EU may reject ACTA
The pact sparked anger among Europeans, with thousands protesting against giving big firms the power to ban people from using the Internet for illegally swapping files. Twenty-two countries in the bloc signed up to the agreement, with a vote on its ratification due this summer in Brussels.
Political commentator Luke Samuel told RT that the treaty exposed how undemocratic the decision-making process is in the EU.
“The real problem with ACTA, specifically, is how it shows that the European Union is effectively allowed to do politics without any reference to [its people],” he said. “This is not a piece of EU law, it’s a trade agreement that will bestow certain obligations on European countries to make law in certain ways.”
The fact that national governments in the EU signed up to ACTA, Samuel continued, in no way means that ordinary people had any say in the provisions of the agreement. This, he said, makes the whole process “fundamentally anti-democratic.”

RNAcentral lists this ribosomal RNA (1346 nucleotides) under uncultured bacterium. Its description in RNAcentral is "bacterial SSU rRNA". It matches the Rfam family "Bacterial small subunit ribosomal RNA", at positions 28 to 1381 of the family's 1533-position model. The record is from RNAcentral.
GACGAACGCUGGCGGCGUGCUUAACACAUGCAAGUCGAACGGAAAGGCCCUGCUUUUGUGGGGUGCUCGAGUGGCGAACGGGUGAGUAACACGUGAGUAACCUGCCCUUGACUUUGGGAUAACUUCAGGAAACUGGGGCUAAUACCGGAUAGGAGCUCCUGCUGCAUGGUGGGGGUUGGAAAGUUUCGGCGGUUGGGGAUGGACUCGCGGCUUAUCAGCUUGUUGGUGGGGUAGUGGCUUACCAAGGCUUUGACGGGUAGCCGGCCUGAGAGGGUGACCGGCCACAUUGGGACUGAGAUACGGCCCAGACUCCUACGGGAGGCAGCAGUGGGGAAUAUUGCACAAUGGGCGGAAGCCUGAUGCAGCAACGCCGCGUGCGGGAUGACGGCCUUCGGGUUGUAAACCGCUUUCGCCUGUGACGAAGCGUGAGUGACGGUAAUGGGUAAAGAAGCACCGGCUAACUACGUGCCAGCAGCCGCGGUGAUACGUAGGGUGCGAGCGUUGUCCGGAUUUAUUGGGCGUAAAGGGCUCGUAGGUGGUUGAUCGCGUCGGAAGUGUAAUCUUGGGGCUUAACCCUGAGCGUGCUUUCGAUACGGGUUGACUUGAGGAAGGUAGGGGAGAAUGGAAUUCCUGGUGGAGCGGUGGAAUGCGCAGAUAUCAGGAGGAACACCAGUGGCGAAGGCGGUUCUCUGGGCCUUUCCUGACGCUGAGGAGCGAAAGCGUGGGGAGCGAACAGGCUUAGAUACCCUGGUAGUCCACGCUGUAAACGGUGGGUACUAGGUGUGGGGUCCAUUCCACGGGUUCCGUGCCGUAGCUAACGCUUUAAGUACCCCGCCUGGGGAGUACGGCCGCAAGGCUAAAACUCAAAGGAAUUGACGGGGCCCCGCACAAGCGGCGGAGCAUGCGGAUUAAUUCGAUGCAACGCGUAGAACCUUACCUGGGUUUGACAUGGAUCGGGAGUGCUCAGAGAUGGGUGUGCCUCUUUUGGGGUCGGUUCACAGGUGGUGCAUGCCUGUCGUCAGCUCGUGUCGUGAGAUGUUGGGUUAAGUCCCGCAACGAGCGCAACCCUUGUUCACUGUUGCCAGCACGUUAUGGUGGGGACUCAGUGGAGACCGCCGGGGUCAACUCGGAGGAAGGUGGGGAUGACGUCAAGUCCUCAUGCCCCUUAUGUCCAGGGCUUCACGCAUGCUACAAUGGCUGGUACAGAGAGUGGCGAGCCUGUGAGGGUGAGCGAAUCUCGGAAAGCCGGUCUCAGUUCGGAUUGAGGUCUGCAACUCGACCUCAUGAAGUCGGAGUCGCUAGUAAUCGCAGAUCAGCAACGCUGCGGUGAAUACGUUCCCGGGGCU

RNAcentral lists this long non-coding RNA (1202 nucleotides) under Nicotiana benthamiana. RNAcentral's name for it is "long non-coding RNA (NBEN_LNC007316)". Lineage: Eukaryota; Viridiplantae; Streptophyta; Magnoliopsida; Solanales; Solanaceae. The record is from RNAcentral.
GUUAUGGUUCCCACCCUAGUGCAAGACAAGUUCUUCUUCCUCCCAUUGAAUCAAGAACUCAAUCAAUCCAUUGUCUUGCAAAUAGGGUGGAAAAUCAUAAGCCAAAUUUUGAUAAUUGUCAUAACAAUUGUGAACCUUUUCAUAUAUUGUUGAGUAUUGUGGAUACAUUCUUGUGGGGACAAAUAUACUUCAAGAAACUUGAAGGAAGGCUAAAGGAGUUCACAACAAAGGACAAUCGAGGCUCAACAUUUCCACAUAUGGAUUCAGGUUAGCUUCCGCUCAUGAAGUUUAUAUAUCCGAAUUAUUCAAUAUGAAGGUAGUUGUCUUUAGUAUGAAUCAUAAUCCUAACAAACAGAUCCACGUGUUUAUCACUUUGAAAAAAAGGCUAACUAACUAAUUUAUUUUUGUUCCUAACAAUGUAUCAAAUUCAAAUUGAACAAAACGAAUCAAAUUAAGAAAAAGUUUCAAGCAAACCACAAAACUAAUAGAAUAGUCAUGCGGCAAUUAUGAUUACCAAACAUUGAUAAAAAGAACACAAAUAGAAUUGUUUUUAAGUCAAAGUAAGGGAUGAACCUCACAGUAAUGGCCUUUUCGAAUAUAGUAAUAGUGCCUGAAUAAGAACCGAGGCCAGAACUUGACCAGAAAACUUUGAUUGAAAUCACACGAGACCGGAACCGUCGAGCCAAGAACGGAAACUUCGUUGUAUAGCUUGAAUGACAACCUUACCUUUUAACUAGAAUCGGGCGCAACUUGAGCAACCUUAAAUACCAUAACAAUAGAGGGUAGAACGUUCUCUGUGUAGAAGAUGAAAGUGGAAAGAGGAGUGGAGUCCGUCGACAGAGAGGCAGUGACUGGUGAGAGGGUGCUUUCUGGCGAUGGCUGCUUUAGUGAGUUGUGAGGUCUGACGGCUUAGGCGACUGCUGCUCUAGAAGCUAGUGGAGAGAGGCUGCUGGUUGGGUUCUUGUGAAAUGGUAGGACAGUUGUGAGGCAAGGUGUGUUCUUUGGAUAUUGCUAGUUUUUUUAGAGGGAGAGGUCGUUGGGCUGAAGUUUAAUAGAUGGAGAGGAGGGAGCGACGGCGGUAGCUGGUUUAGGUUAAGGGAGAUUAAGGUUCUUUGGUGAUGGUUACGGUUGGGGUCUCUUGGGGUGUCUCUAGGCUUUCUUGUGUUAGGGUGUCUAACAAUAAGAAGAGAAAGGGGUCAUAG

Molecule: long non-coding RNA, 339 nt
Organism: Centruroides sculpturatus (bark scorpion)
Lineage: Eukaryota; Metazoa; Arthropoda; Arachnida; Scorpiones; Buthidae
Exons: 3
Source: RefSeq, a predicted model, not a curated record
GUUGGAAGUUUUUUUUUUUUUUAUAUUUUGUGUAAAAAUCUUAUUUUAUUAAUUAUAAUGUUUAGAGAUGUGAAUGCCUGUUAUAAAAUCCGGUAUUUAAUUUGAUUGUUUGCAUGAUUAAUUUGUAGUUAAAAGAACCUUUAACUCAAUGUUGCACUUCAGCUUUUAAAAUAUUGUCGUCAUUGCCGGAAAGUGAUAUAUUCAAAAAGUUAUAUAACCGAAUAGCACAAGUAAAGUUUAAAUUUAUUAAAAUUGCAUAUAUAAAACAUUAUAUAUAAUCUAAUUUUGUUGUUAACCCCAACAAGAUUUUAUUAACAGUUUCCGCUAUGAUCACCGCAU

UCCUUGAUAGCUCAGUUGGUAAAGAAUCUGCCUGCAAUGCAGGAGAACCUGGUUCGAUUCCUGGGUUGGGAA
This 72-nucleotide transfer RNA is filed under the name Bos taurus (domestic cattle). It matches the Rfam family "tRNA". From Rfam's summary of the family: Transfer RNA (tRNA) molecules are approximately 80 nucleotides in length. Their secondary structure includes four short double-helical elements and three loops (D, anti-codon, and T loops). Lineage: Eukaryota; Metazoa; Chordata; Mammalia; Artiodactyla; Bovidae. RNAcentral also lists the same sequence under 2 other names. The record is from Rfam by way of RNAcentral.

Fabio Reinhardt from the Pirate Group of the German Parliament says public outrage will bring down this legislation.
“I think it’s great that hundreds of thousands of people were on the streets in Europe to [stop ACTA], and ACTA may [be shelved internationally]. I think it’s great for civil rights,” he told RT. “I think it’s a phenomenon we haven’t seen before, that people were so eager to defend their rights, to communicate – something that really surprised politicians on various high levels.”
ACTA is an international agreement aimed at protecting intellectual property. It somewhat resembles the US’s Stop Online Piracy Act (SOPA), which was shelved by lawmakers after protests.
The US, most of the EU, Australia, Canada, Japan and several other countries have signed the ACTA treaty, but none of these signatories has yet ratified it. This last step would make the agreement viable. As soon as ACTA is ratified by any six countries, the convention will come into force.